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Papal visit lessons Thanks to The Tablet (News from Britain and Ireland, 18 September) for drawing attention to the article by Tony Blair published on the front page of L’Osservatore Romano on the eve of Pope Benedict’s arrival in Britain. In view of the well-merited criticism of “aggressive secularism” by the Pope during his visit, one point made by the former British Prime Minister appears crucially important. Tony Blair warned that some religious repre- sentatives tend “to bundle a large number of different ideas into a bag marked ‘secularism’” which they then treat “as a sinister package”. The Pope himself in his key Westminster

Hall address did the opposite. He listed and praised the values embodied in British society. Thus he paid tribute to the mother of parlia- ments, the balance between state’s rights and individual rights, the rule of law before which all are equal, the tolerance, the mod- eration, the freedom of speech and association, of religion and conscience. He even said that “Catholic Social Teaching has much in common with this approach”. Only then did he voice his concern that instead of being allowed to make its own unique contribution to the ethical foundations underpinning democracy, today religion risked being ousted from the public square.

Building successfully on his message means following his lead: avoid a black bag inside which every item is labelled “secular – sinister”. John Wilkins London SW1

Last week, one news agency reported the Pope’s warm remarks at a general audience in Rome about his visit to Britain. Immediately afterwards there was news of the Catholic- Orthodox Commission meeting in Vienna. Benedict XVI said, “Obedience to the will of the Lord Jesus, and consideration of the great challenges that appear today before Christianity, oblige us to commit ourselves seriously in the cause of the re-establishment of full communion among the Churches.” This was amazing as there was nothing similar during the British trip. All the emphasis on Newman may even seem to be inviting people to leave the Anglican Church. Archbishop Williams quoted Pusey as saying, “It is what is unholy on both sides that keeps us apart.” The ecumenical approach would have us concentrate on what is unholy on our own side, on the beam in our own eye rather than the mote in the other’s. For example, the Pope spoke of Tyburn and the “great number” exe- cuted there. But there were far more burnt under Queen Mary. The “Martyrs’ Memorial” in Oxford commemorates them; this is also the title of the Revd Ian Paisley’s main church.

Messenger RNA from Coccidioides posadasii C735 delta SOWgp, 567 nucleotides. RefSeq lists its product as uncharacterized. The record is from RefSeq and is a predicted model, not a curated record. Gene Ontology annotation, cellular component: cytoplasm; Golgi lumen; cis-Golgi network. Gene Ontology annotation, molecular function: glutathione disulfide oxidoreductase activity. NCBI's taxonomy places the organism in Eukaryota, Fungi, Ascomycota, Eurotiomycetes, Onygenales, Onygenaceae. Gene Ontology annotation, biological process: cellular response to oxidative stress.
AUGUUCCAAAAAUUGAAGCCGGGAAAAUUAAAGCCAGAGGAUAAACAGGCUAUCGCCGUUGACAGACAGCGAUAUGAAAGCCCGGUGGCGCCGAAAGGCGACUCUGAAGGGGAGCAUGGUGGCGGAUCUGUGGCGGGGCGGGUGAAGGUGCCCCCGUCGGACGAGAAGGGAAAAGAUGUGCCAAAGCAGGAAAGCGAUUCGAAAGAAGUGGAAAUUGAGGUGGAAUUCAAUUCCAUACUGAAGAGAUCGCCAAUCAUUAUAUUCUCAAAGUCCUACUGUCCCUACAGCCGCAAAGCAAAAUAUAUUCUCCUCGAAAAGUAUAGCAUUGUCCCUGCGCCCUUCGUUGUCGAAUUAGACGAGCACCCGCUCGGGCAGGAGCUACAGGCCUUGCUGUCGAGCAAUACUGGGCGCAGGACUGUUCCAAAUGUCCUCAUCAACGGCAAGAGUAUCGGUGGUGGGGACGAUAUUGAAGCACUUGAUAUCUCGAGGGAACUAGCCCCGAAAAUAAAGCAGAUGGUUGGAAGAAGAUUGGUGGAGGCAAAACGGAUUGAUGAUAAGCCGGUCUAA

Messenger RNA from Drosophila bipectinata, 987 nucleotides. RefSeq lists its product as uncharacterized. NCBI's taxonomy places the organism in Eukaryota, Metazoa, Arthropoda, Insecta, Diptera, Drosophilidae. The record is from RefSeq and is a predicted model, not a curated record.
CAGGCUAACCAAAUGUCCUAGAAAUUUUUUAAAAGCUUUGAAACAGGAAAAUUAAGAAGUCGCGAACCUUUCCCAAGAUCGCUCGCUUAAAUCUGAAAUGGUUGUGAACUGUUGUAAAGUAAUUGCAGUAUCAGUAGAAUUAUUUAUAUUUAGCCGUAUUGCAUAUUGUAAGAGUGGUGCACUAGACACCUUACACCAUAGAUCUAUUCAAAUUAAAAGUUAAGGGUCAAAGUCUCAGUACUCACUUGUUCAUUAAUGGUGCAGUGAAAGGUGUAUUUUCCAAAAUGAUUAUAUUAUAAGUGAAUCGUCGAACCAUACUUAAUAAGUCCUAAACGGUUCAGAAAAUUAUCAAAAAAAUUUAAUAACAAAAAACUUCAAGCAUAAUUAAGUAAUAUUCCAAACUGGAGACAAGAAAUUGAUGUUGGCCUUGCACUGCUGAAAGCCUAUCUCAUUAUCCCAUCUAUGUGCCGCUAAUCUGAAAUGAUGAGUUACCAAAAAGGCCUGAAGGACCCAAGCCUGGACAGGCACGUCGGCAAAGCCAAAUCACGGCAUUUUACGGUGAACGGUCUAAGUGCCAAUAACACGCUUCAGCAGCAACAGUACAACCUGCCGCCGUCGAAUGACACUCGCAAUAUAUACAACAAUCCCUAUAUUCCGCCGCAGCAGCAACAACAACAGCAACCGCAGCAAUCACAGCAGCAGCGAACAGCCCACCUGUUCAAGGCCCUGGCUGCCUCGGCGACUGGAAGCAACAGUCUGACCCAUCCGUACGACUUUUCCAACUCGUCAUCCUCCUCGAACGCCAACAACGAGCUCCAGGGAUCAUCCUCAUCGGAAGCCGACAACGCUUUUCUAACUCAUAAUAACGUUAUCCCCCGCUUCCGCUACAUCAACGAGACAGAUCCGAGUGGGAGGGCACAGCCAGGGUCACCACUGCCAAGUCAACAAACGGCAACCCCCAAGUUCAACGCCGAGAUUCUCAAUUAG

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Pilgrims at the Prayer Vigil led by Pope Benedict in Hyde Park, London, during his four-day visit to Britain last month. Photo: CNS, Dylan Martinez, Reuters

and in the case of the recent visit, it proved virtually impossible to include Wales since all the arrangements were made without the Welsh Assembly being apprised sufficiently soon to extend its own invitation to the Pope. Some attention, admittedly, was given to

A unilateral approach like this would not be obedience to Christ. John Paul II prayed at some monuments in Europe dedicated to Protestants executed by Catholics. Surely the next time a Pope comes to England, we must persuade him to pray at the shrine in Oxford in a spirit of ecumenical forgiveness. (Fr) Eoin de Bhaldraithe O.Cist. Bolton Abbey, Co. Kildare, Ireland